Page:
Nazi Headstones Will be Removed From US Veterans Cemeteries, VA Leaders Say

Veterans Affairs officials announced Monday they will remove a series of of grave markers bearing Nazi swastikas and tributes to Adolf Hitler from department cemeteries after lawmakers and veterans advocates complained the markers were offensive and disrespectful.

The move represents a turnaround from last week, when VA Secretary Robert Wilkie said he was looking for ways to put the problematic grave markers “in historical context” rather than remove them from the cemeteries.

But critics said any result that left the controversial symbols alongside the graves of American war heroes was insufficient. After about two weeks of controversy, VA officials relented.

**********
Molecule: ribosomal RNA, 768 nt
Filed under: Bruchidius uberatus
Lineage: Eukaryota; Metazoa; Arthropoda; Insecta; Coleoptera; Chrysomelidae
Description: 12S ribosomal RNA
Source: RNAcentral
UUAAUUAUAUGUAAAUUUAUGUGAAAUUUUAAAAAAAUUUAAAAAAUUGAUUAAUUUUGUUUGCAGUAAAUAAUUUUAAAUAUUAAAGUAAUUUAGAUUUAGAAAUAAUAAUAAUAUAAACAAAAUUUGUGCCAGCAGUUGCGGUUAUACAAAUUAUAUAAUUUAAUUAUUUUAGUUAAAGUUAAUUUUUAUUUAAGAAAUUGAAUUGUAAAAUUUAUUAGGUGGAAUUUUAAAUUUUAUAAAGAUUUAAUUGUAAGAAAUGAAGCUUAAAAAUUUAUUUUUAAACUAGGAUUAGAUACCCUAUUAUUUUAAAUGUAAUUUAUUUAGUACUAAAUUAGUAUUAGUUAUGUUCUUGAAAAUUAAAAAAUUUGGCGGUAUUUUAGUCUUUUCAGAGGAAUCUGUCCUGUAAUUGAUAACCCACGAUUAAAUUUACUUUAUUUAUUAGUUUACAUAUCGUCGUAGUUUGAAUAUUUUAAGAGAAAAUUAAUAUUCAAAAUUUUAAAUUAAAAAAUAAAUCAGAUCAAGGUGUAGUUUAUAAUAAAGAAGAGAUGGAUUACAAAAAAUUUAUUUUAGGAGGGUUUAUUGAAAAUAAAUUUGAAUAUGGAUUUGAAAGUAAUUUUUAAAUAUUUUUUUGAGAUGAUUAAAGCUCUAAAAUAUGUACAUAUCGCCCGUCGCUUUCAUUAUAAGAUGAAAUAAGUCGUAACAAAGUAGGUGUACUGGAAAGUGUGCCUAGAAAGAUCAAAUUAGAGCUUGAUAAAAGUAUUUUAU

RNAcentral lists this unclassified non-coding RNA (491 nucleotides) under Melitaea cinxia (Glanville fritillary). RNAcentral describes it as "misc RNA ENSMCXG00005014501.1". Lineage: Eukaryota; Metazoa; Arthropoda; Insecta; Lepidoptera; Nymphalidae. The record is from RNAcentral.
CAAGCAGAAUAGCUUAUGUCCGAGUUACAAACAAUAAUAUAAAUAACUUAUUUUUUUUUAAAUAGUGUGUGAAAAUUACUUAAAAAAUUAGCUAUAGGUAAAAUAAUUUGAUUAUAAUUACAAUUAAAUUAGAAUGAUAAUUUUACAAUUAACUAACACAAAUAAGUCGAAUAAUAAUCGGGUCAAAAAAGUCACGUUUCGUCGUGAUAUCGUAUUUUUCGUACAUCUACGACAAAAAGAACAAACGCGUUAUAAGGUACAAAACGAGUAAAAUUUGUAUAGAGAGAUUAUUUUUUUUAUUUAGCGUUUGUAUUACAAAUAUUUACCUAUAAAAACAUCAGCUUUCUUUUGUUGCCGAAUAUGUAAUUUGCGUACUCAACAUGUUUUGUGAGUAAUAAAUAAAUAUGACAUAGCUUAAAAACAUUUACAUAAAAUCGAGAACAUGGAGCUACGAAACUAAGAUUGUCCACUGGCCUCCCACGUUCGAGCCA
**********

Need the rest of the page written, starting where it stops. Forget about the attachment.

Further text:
“It is understandably upsetting to our veterans and their families to see Nazi inscriptions near those who gave their lives for this nation,” Wilkie said in a statement Monday. “That’s why VA will initiate the process required to replace these POW headstones.”

At issue are three grave sites at two VA cemeteries: Fort Sam Houston National Cemetery in Texas and Fort Douglas Post Cemetery in Utah.

Both were used to inter dozens of unclaimed remains of enemy troops following World War II. The sites were administered by the Army for decades until responsibilities were transferred to VA’s National Cemetery Administration.

Read More: Military Times